By: FOX News Radio's Jessica Golloher in Crimea, Ukraine
Two days after Ukraine's now disbanded riot police killed more than 50 people via sniper attacks in the worst violence since the collapse of the Soviet Union, Kiev's Independence Square looks like a war zone-- and well, according to protester Slava, it is. He's been here fighting for what he calls the "right" Ukraine since November.
This after fugitive embattled Ukrainian President Viktor Yanukovych decided to scrap a free-trade agreement with the European Union in favor of closer ties with Moscow. After Yanukovych made the proclamation, Moscow announced a $19 billion dollar loan to its neighbor and a dramatic cut in the price of gas supplies.
Thousands in Ukraine became enraged, especially in the capital of Kiev. They were in favor of the years-long process the country had been on to pave the way to join the European Union. As a result, demonstrators created a makeshift camp in central Independence square. They wanted to make their presence known, right in front of parliament.
And they did. One can see sprawling tents throughout the square as smoke billows from the makeshift huts. People stream in and out, greeting each other, asking if someone has a plate-- would you like some soup? Do you have sugar? The smoke is bad, today, yes?
This scene is much more subdued than days earlier when the square was on fire. Demonstrators were caught on film throwing firebombs, sticks and pieces of parliament at Ukrainian riot police. They wanted a Ukraine without Yanukovych and they were dead set on doing whatever it took.
The violence was so intense that Yanukovich agreed to a European-brokered cease fire. Problem is, the same day the cease fire was agreed upon, Berkut riot police started shooting at protesters, killing one after the other.
More violence ensued forcing Yanukovych to flee. And, according to the people they won.
Unfortunately, fomenting a revolution appears to be the easy part. What now? Ukraine is a deeply divided country. It's not just about facing west towards Europe or east towards Moscow.
Every single protester that I interviewed in Independence Square said they had no problem with the Kremlin.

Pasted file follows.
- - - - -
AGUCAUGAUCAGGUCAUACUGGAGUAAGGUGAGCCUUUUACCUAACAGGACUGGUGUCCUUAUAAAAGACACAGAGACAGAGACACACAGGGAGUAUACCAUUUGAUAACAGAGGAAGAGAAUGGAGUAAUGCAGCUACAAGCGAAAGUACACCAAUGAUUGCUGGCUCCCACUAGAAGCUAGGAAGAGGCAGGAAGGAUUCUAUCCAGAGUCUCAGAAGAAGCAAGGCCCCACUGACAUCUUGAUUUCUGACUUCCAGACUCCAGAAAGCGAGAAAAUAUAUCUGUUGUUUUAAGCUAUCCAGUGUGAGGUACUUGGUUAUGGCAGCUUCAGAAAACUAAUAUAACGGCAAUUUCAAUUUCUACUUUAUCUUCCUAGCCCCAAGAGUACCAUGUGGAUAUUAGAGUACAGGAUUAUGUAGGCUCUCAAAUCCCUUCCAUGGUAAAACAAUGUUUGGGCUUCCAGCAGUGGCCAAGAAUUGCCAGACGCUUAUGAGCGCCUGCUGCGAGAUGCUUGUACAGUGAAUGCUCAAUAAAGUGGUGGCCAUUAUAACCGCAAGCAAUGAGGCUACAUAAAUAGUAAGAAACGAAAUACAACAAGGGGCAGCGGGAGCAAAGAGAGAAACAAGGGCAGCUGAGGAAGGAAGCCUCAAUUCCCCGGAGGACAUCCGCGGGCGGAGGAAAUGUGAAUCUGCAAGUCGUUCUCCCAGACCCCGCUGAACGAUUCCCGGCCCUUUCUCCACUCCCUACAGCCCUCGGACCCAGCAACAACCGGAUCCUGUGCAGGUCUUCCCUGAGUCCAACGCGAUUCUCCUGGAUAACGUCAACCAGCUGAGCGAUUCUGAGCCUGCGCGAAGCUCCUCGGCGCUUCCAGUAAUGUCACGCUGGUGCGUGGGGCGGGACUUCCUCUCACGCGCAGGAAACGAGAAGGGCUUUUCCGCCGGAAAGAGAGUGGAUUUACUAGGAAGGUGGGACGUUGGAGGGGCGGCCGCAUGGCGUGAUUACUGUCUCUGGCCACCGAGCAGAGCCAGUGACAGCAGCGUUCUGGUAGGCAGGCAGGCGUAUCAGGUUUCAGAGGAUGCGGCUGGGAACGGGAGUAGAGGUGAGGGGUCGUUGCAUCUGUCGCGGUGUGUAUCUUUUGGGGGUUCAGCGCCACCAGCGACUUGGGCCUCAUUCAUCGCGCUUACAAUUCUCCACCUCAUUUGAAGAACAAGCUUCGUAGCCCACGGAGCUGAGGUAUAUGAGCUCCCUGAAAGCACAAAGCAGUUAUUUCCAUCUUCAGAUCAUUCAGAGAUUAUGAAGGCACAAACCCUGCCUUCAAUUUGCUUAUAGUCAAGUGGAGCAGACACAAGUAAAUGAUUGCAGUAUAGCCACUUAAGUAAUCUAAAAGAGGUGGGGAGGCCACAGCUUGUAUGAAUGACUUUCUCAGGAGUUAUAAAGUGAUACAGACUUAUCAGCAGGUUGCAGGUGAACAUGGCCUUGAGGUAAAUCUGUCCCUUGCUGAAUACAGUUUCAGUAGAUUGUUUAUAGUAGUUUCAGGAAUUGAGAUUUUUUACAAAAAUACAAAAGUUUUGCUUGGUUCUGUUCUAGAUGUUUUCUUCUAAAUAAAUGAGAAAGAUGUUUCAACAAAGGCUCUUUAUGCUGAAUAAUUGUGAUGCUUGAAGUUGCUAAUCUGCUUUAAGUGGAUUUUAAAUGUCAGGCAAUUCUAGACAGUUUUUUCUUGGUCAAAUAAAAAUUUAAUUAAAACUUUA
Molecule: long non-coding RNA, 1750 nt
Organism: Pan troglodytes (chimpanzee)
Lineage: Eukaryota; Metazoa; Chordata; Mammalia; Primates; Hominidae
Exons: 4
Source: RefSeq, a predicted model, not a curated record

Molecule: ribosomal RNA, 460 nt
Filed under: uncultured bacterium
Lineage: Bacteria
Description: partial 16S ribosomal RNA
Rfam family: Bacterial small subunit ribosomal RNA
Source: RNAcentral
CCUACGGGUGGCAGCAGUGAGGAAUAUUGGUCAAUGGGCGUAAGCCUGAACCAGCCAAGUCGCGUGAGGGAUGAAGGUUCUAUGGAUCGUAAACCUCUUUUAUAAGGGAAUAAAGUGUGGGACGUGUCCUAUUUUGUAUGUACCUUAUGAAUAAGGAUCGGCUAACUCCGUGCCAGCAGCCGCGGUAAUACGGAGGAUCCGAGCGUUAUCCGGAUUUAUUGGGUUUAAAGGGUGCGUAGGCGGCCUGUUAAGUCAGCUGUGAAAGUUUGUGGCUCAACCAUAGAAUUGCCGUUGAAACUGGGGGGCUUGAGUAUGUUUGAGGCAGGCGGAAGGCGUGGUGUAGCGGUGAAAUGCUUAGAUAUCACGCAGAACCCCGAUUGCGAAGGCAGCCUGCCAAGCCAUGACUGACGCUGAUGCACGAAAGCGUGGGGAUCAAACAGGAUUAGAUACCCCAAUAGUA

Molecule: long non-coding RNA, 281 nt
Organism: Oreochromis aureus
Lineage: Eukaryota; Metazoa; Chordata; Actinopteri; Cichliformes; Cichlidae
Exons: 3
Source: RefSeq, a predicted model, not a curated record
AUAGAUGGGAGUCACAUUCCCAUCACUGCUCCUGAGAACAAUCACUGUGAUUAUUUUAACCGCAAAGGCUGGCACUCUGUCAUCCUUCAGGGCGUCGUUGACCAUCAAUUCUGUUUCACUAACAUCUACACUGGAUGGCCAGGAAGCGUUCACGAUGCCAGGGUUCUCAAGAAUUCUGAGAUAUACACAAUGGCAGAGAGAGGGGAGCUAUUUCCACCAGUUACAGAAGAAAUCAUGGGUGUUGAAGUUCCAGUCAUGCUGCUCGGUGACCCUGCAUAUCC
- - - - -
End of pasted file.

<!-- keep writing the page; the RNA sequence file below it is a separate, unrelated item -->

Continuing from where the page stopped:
When I asked Dmitry what he thought about Russia, he said, "You know. We're friends. They're our neighbor. We have no problem with them. We just want the oligarchs out and the crooks gone. We want a good Ukraine."
Dmitry's response could be duplicated across Ukraine, as well as a pro-European one. On Thursday, Ukraine voted in favor of a 21-member parliament. Critics say it's not exactly the 'A' team. Some of those elected have faced allegations of corruption, many were part of former Prime Minister Yulia Tymoshenko's Batkivshchyna's party and others were heroes of the violence that ousted Yanukovych.
The same day that the pro-western parliament was agreed upon, armed men in Russian-speaking Crimea took over regional parliament and several surrounding buildings. They lowered Ukraine's flag and raised Russia's.
Crimea is some 60% Russian speaking. Many believe that the new government will persecute them because they lean towards Moscow. They're afraid their schools will be closed and that they'll be targeted.
Meanwhile, armed gunmen have also taken over a military airport near the port of Sevastopol where the Kremlin has a military base and the International Simferopol Airport. The news has stoked Ukraine's fears of a Russian occupation.
Meanwhile, Yanukovych is in Russia where he has asked the Kremlin to keep him safe from persecution. He claims that his still president of Ukraine. This, as Moscow has deployed some 150,000 troops to the Black Sea for what it calls exercises to establish Russia's military readiness.
Now the real work begins.
In Crimea, Jessica Golloher, FOX News Radio.